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Economy won't crack under the burden of carbon pricing: Ecofiscal Commission

by Mark Sabourin
EcoLog, 11/20/2015 11:49:00 AM

A patchwork of carbon pricing policies will not wreak havoc on the Canadian economy, according to a new report from Canada’s Ecofiscal Commission. Concerns that carbon pricing will be a job-killer are overblown, it says. Few sectors of the economy are likely to be bruised by carbon pricing, and governments will have tools at their disposal to help them adjust to higher carbon costs.

A national patchwork increasingly appears likely. Prime Minister Justin Trudeau has remained firm in his commitment that the provinces and territories will retain the flexibility to design their own policies and programs, with Ottawa offering financial carrots to ensure that a national target is met.

In the report — “Provincial Carbon Pricing and Competitiveness Pressures: Guidelines for Business and Policymakers”, Canada’s Ecofiscal Commission asks what impact carbon pricing will have on industry’s ability to compete across Canada, and with international competitors.

The answer depends on the industry sector and the province in which it operates. Across the Canadian economy, the impact won’t be substantial. According to the report, “even if 85% of Canada’s current annual GHG emissions (roughly 700 Mt) were priced at $30 per tonne, the revenue raised would be less than 1% of Canada’s national income, as measured by its gross domestic product.”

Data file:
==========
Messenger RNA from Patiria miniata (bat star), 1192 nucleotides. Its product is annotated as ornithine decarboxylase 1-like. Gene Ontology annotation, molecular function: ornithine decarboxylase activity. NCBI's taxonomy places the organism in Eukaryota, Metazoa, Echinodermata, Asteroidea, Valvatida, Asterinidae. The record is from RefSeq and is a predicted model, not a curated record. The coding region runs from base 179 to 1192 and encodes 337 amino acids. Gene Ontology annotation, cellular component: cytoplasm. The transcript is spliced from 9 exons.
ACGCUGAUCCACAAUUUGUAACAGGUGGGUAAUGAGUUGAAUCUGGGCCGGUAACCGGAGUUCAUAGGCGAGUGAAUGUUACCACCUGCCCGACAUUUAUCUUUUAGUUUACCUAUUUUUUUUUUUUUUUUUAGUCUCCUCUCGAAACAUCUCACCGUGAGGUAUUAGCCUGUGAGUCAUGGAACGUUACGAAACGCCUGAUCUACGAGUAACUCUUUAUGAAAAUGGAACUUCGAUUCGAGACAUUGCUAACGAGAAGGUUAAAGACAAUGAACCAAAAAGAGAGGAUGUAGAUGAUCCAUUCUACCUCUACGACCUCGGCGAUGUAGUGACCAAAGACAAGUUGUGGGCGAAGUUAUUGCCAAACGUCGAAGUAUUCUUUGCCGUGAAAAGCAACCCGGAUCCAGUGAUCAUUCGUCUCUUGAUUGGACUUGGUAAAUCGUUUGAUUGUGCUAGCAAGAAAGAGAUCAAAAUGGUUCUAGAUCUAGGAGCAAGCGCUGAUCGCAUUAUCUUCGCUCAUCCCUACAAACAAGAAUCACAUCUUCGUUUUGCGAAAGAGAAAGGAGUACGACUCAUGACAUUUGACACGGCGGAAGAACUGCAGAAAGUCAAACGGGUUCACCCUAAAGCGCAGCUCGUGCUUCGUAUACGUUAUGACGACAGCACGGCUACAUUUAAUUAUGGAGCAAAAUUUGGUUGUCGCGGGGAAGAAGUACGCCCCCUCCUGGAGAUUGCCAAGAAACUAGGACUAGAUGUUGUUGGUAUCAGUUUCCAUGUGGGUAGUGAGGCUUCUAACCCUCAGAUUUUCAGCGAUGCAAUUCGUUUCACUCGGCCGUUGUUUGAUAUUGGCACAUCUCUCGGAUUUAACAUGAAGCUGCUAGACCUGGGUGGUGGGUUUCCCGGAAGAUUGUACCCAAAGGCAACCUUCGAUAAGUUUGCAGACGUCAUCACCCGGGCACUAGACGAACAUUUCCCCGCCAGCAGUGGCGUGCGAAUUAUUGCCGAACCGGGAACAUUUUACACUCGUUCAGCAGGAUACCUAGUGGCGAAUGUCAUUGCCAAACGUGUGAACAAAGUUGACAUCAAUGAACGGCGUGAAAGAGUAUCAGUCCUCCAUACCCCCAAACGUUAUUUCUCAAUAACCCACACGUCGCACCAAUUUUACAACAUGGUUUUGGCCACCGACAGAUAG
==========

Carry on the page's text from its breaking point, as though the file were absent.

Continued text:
Using carbon cost and trade exposure as yardsticks, the authors say that no more than 5% of the Canadian economy are likely to feel significant pressure from a carbon cost of $30 per tonne, and the affected industries are disproportionately concentrated in Alberta and Saskatchewan. As carbon prices rise, so too does the percentage of the economy under pressure, but it’s a slow climb. Even at $120 per tonne, only 10% of the economy would feel competitive pressure.

That’s because like most highly developed economies, Canada’s is largely based on services and non-traded goods with low carbon intensities. The authors say that most economic research has so far been unable to document a significant impact of carbon pricing on investment and production.

It doesn’t appear to have had a negative impact in British Columbia (B.C.), the jurisdiction with Canada’s highest carbon price.

Replying via e-mail, Dale Beugin, Research Director, Canada’s Ecofiscal Commission, and one of six authors of the report, told EcoLog News: “We have not found evidence that firms have relocated from B.C. as a result of the carbon tax, though answering that question wasn’t the explicit focus of this research. . . . Future work will explore the impacts of the B.C. carbon tax on vulnerable B.C. industries more specifically.”

What B.C.’s carbon tax has done is allow the government to lower income taxes broadly, giving B.C. the lowest marginal corporate tax rate in Canada.

This means that carbon pricing will likely arm policymakers with tools that can be targeted to vulnerable sectors to help them through the transition to a low-carbon economy. Governments should target their support narrowly to sectors where it is needed, say the authors, because everyone affected by carbon pricing will have an incentive to appeal for support.

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